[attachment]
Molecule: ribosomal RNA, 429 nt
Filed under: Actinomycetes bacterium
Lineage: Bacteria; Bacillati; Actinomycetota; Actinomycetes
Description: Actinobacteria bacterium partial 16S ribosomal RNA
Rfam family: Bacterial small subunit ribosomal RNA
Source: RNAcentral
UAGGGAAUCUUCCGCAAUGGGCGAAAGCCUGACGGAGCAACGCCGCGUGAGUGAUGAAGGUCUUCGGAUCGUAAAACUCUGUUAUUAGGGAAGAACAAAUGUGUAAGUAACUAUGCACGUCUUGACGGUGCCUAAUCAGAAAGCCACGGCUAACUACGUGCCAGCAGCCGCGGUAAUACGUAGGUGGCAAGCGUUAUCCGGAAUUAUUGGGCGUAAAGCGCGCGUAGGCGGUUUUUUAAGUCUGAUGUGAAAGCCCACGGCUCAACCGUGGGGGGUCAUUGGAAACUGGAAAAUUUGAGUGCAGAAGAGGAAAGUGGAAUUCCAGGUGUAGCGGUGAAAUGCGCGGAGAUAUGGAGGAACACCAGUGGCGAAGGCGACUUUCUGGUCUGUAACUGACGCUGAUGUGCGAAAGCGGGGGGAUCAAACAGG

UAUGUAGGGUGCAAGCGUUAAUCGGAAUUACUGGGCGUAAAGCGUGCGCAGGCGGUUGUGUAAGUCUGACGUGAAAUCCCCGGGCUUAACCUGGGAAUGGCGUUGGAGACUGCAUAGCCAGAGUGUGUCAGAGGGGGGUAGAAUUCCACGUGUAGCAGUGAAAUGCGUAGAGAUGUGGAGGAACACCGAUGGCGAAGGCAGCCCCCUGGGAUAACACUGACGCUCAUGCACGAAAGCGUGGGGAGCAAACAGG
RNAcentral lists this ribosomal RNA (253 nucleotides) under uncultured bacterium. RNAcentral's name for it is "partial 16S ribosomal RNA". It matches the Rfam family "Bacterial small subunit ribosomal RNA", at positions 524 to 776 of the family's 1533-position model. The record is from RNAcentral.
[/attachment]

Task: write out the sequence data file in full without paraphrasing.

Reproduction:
Molecule: ribosomal RNA, 429 nt
Filed under: Actinomycetes bacterium
Lineage: Bacteria; Bacillati; Actinomycetota; Actinomycetes
Description: Actinobacteria bacterium partial 16S ribosomal RNA
Rfam family: Bacterial small subunit ribosomal RNA
Source: RNAcentral
UAGGGAAUCUUCCGCAAUGGGCGAAAGCCUGACGGAGCAACGCCGCGUGAGUGAUGAAGGUCUUCGGAUCGUAAAACUCUGUUAUUAGGGAAGAACAAAUGUGUAAGUAACUAUGCACGUCUUGACGGUGCCUAAUCAGAAAGCCACGGCUAACUACGUGCCAGCAGCCGCGGUAAUACGUAGGUGGCAAGCGUUAUCCGGAAUUAUUGGGCGUAAAGCGCGCGUAGGCGGUUUUUUAAGUCUGAUGUGAAAGCCCACGGCUCAACCGUGGGGGGUCAUUGGAAACUGGAAAAUUUGAGUGCAGAAGAGGAAAGUGGAAUUCCAGGUGUAGCGGUGAAAUGCGCGGAGAUAUGGAGGAACACCAGUGGCGAAGGCGACUUUCUGGUCUGUAACUGACGCUGAUGUGCGAAAGCGGGGGGAUCAAACAGG

UAUGUAGGGUGCAAGCGUUAAUCGGAAUUACUGGGCGUAAAGCGUGCGCAGGCGGUUGUGUAAGUCUGACGUGAAAUCCCCGGGCUUAACCUGGGAAUGGCGUUGGAGACUGCAUAGCCAGAGUGUGUCAGAGGGGGGUAGAAUUCCACGUGUAGCAGUGAAAUGCGUAGAGAUGUGGAGGAACACCGAUGGCGAAGGCAGCCCCCUGGGAUAACACUGACGCUCAUGCACGAAAGCGUGGGGAGCAAACAGG
RNAcentral lists this ribosomal RNA (253 nucleotides) under uncultured bacterium. RNAcentral's name for it is "partial 16S ribosomal RNA". It matches the Rfam family "Bacterial small subunit ribosomal RNA", at positions 524 to 776 of the family's 1533-position model. The record is from RNAcentral.